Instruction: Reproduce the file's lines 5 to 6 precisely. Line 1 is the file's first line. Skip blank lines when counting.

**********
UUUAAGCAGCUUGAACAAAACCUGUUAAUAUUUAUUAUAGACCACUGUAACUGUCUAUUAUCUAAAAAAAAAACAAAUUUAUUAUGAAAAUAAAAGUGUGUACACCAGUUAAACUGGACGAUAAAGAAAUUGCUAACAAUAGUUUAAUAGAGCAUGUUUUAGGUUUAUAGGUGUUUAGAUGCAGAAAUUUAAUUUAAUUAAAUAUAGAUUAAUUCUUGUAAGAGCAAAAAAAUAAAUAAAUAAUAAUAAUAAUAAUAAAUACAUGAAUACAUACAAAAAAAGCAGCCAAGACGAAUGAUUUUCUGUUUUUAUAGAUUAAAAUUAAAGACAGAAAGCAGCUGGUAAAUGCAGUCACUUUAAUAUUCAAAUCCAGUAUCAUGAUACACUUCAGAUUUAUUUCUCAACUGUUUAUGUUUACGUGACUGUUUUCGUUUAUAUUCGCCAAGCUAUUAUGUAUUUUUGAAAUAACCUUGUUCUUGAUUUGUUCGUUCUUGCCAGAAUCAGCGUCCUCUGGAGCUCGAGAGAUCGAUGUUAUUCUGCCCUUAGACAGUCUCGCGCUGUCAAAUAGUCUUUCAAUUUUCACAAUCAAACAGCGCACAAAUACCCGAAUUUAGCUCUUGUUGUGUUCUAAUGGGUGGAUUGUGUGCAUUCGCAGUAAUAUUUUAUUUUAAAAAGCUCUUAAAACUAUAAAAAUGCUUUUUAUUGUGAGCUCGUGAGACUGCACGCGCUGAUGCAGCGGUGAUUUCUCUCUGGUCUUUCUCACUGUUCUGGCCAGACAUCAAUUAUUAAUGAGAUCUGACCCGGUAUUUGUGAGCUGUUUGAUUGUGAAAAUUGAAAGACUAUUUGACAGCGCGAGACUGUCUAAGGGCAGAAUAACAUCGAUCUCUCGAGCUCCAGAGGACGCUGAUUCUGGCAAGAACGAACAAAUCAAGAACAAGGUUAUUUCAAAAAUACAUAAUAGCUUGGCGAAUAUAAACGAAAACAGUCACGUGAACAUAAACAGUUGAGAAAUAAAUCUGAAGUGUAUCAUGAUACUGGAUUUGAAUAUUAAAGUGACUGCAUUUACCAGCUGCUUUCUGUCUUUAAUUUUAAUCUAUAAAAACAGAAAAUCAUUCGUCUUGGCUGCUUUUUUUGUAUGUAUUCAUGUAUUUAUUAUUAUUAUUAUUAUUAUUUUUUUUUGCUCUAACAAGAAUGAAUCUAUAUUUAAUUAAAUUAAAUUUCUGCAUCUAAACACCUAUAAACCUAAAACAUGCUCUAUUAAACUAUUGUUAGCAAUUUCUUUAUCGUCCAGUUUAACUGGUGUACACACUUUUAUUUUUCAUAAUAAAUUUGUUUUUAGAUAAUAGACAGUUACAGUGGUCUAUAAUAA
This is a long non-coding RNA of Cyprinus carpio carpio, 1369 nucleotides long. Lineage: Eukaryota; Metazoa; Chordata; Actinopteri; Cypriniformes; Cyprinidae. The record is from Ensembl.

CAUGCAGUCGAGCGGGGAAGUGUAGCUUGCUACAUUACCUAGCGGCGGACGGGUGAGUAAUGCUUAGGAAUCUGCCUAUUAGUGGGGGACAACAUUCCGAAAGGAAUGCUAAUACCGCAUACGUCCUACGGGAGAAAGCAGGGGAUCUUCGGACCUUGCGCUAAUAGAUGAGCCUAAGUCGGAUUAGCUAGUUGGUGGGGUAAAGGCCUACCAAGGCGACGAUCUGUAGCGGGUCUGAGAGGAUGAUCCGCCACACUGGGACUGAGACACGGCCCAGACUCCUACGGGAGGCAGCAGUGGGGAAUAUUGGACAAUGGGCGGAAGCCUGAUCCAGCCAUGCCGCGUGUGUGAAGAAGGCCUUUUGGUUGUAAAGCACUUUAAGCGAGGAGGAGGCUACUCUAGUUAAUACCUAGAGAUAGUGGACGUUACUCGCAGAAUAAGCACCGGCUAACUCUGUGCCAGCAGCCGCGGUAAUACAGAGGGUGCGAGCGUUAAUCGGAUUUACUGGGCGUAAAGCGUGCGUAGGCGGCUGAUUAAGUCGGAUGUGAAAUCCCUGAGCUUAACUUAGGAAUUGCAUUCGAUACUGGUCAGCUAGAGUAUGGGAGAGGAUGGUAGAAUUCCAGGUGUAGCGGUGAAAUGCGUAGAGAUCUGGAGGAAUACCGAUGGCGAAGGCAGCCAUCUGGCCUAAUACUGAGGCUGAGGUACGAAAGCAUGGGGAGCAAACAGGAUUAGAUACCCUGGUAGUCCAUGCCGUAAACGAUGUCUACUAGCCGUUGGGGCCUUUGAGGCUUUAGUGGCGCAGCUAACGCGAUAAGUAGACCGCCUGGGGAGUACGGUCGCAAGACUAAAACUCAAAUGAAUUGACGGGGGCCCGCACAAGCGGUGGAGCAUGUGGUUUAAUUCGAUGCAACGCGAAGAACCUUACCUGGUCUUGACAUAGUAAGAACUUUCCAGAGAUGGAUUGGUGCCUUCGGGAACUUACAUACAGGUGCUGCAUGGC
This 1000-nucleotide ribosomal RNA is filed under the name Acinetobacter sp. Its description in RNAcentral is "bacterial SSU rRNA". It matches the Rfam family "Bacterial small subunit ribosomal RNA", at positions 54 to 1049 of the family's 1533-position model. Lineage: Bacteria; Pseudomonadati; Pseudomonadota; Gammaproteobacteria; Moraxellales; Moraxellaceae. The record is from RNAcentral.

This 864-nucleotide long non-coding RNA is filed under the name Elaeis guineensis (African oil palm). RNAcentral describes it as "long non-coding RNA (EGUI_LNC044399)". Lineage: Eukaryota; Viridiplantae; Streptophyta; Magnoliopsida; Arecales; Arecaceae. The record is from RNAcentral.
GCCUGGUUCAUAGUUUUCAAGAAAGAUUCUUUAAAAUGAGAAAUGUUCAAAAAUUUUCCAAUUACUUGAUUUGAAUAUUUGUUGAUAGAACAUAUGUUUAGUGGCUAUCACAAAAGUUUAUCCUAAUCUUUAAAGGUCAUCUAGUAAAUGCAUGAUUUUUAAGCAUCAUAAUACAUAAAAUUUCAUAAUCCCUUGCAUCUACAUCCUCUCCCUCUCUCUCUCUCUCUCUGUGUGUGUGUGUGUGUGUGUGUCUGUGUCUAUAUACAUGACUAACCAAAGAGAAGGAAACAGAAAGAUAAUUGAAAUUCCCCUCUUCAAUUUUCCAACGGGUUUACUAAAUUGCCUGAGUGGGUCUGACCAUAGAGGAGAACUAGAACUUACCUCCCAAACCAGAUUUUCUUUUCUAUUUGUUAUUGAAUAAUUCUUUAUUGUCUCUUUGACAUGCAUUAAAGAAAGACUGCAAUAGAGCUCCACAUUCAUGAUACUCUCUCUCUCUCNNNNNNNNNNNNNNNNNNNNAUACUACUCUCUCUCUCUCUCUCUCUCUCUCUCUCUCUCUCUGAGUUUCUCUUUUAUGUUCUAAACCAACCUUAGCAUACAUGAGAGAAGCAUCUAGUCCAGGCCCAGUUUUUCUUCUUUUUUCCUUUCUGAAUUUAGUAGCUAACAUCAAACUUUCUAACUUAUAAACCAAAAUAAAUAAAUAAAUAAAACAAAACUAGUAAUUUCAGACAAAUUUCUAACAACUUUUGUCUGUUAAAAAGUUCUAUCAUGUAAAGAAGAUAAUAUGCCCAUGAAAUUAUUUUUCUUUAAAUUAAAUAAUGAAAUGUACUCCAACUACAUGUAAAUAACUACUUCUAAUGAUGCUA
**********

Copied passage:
This 864-nucleotide long non-coding RNA is filed under the name Elaeis guineensis (African oil palm). RNAcentral describes it as "long non-coding RNA (EGUI_LNC044399)". Lineage: Eukaryota; Viridiplantae; Streptophyta; Magnoliopsida; Arecales; Arecaceae. The record is from RNAcentral.
GCCUGGUUCAUAGUUUUCAAGAAAGAUUCUUUAAAAUGAGAAAUGUUCAAAAAUUUUCCAAUUACUUGAUUUGAAUAUUUGUUGAUAGAACAUAUGUUUAGUGGCUAUCACAAAAGUUUAUCCUAAUCUUUAAAGGUCAUCUAGUAAAUGCAUGAUUUUUAAGCAUCAUAAUACAUAAAAUUUCAUAAUCCCUUGCAUCUACAUCCUCUCCCUCUCUCUCUCUCUCUCUGUGUGUGUGUGUGUGUGUGUGUCUGUGUCUAUAUACAUGACUAACCAAAGAGAAGGAAACAGAAAGAUAAUUGAAAUUCCCCUCUUCAAUUUUCCAACGGGUUUACUAAAUUGCCUGAGUGGGUCUGACCAUAGAGGAGAACUAGAACUUACCUCCCAAACCAGAUUUUCUUUUCUAUUUGUUAUUGAAUAAUUCUUUAUUGUCUCUUUGACAUGCAUUAAAGAAAGACUGCAAUAGAGCUCCACAUUCAUGAUACUCUCUCUCUCUCNNNNNNNNNNNNNNNNNNNNAUACUACUCUCUCUCUCUCUCUCUCUCUCUCUCUCUCUCUCUGAGUUUCUCUUUUAUGUUCUAAACCAACCUUAGCAUACAUGAGAGAAGCAUCUAGUCCAGGCCCAGUUUUUCUUCUUUUUUCCUUUCUGAAUUUAGUAGCUAACAUCAAACUUUCUAACUUAUAAACCAAAAUAAAUAAAUAAAUAAAACAAAACUAGUAAUUUCAGACAAAUUUCUAACAACUUUUGUCUGUUAAAAAGUUCUAUCAUGUAAAGAAGAUAAUAUGCCCAUGAAAUUAUUUUUCUUUAAAUUAAAUAAUGAAAUGUACUCCAACUACAUGUAAAUAACUACUUCUAAUGAUGCUA